In this work, we showed that most of the variation in mRNA abundances in procyclic forms can be predicted based on differences in mRNA half-life and in length-dependent precursor degradation. Only 6 % of mRNAs had abundances in procyclic forms that differed more than 4-fold from the predicted value, and most of those were less abundant than expected. This must be because the mRNA spends longer time as a precursor than is assumed in the model, resulting in excess precursor degradation. This could, in turn, happen because transcription elongation, trans splicing, or polyadenylation are slower than the rates that we fed into the model. Slower processing seems the more likely explanation. The processing half-time that we used in the model was derived from rates that were measured for three very abundant mRNAs. There is plenty of evidence that splicing efficiencies can be influenced by the sequences around the splice acceptor site [4244]. We found that mRNAs with unexpectedly low abundance in procyclics had somewhat longer annotated 5′-UTRs than normal. The presence of an open reading frame downstream of the splice site is important in splice site choice [43, 44], so it may be that splice acceptor sites that are further from the start codon are used less efficiently.

Deviations from the model predictions were much more marked for bloodstream-form trypanosomes than for procyclics, implying that developmental regulation of processing could be biased towards reduced abundance of mRNAs that are not required in bloodstream forms. Such notions need to be tested by more accurate measurements of processing kinetics. These measurements are technically demanding, but our model predicts which mRNAs are good candidates for such experiments. For example, there are six mitochondrial protein mRNAs that have similar half-lives in bloodstream and procyclic forms, but are much less abundant in bloodstream forms (Additional file 14: Table S2, sheet 2). There have been several recent reports of trypanosome factors that can influence trans splicing [4548] and it will be interesting to find out whether these target such mRNAs.

Our ribosome profiling experiments confirmed the major role of translation control in trypanosomes, with huge variations between mRNAs in ribosome densities. Unfortunately these results alone cannot be used to predict the translation rate [41], since a high ribosome density could indicate not only high translation, but also pausing or slow elongation. However, in E. coli and yeast, ribosome profiling data correlates well with protein abundance both within and across coding regions, suggesting that in many cases ribosome profiling approximates absolute protein production [49]. In procyclics, there was a weak correlation between the ribosome occupancy of mRNAs and the proportion of the mRNA that co-migrated with polysomes. This suggests that at least part of the variation in ribosome density is caused by regulated translation initiation: some mRNAs are being translated, whereas others are not. Some of the variation could be between cells at different cell-cycle stages. To understand this further it would be interesting to subject synchronised cell populations, and specific portions of polysome gradients, to ribosome profiling.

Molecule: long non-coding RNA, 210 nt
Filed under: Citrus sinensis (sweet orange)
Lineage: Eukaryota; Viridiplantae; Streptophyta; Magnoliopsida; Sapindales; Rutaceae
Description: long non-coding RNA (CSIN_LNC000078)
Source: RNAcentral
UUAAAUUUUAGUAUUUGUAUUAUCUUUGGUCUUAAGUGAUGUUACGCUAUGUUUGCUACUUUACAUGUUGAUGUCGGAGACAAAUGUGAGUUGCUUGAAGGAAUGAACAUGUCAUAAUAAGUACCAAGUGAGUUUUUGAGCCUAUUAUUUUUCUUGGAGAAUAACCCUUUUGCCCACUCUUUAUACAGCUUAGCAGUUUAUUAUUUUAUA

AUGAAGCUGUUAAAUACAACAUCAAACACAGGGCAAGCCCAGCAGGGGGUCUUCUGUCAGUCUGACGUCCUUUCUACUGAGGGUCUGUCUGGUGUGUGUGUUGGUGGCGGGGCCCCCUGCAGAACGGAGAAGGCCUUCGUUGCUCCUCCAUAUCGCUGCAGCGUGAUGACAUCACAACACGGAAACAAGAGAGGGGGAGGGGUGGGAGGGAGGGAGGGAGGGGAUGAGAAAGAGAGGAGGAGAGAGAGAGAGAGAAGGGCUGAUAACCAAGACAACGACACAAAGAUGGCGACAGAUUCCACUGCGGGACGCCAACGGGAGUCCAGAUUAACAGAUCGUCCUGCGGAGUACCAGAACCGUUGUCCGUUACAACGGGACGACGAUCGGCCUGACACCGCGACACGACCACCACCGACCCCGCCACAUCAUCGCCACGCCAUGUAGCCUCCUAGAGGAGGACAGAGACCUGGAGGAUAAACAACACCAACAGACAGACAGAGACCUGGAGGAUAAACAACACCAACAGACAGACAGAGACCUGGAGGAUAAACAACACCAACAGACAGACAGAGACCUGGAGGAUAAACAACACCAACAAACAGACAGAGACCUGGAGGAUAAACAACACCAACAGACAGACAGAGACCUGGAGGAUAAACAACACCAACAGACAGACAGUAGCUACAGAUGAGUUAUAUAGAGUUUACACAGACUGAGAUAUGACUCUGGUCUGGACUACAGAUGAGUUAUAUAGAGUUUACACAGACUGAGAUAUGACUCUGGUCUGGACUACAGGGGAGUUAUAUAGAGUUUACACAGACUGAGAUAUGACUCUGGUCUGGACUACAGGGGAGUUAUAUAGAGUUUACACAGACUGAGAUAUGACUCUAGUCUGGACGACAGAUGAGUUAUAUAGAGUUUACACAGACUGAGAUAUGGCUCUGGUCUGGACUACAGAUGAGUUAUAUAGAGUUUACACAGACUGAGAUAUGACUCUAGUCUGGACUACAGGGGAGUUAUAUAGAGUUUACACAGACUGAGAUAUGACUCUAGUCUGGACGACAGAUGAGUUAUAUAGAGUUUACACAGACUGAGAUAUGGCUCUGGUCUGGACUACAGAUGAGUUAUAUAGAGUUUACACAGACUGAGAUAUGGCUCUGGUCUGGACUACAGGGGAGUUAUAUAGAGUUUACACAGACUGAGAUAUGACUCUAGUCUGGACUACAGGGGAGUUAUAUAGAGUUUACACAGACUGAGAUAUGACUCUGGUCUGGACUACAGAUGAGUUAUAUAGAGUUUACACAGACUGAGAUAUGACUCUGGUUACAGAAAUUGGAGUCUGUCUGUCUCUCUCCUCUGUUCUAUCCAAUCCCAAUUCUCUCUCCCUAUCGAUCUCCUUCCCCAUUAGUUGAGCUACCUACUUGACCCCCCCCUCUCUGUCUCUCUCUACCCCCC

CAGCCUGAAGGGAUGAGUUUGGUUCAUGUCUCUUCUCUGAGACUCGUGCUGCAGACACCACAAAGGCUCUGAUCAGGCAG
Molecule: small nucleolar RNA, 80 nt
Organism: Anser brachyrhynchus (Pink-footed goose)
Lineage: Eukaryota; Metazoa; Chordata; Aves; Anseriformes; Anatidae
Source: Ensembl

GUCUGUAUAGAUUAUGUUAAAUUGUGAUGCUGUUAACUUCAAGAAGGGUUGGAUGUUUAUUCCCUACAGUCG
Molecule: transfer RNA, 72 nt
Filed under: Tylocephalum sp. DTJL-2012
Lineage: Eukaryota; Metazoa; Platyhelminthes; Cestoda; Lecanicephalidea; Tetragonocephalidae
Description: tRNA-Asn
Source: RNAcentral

We observed a moderate correlation between mRNA half-life and ribosome density in procyclic trypanosomes. There is extensive evidence for cross-talk between translation and the mRNA decay machinery in yeast; although polysomal mRNAs are substrates for the decay pathway [50, 51], there are several circumstances under which mRNAs with poor translation show accelerated decay [52]. However a correlation between ribosome density and mRNA half-life does not necessarily mean that high ribosome densities cause an mRNA to be stable. It may just be that mRNAs that encode abundant proteins are selected for both high abundance and efficient translation.

The regulation of ribosomal protein synthesis seems to be exceptional in at least two ways, especially in procyclic forms. Most of these mRNAs are too stable to allow a half-life measurement in our RNASeq analysis. Those with measurable half-lives, however, were more abundant than expected in procyclic forms, suggesting either very rapid processing or unusual resistance to co-transcriptional degradation. The second peculiarity, which has been noted before [20], is that the ribosomal mRNAs have strikingly low ribosome densities, although high proportions of these mRNAs are in polysomes. Why could growing cells need extremely efficient production of a stable mRNA, then not use it? Most ribosomal protein mRNA levels are highest in early G1 [53]; perhaps their translation is also cell-cycle regulated. Alternatively, or in addition, the surplus mRNA may enable rapid synthesis of extra ribosomes when trypanosomes move to a new environment. Interestingly, the “exceptionality” of ribosomal protein mRNAs is not confined to trypanosomes. Ribosomal protein mRNAs also have low ribosome densities in yeast [54], just as in trypanosomes, but they also show an interesting peculiarity in mRNA synthesis and decay. Miller et al. studied measured transcription and mRNA decay rates in yeast, by in vivo 4-thiouracil labelling followed by RNASeq [23]. They found that in general, mRNA synthesis and decay rates were not correlated for individual mRNAs. In contrast, ribosomal protein genes showed exceptionally high transcription rates, with a strong correlation between their rates of mRNA synthesis and degradation.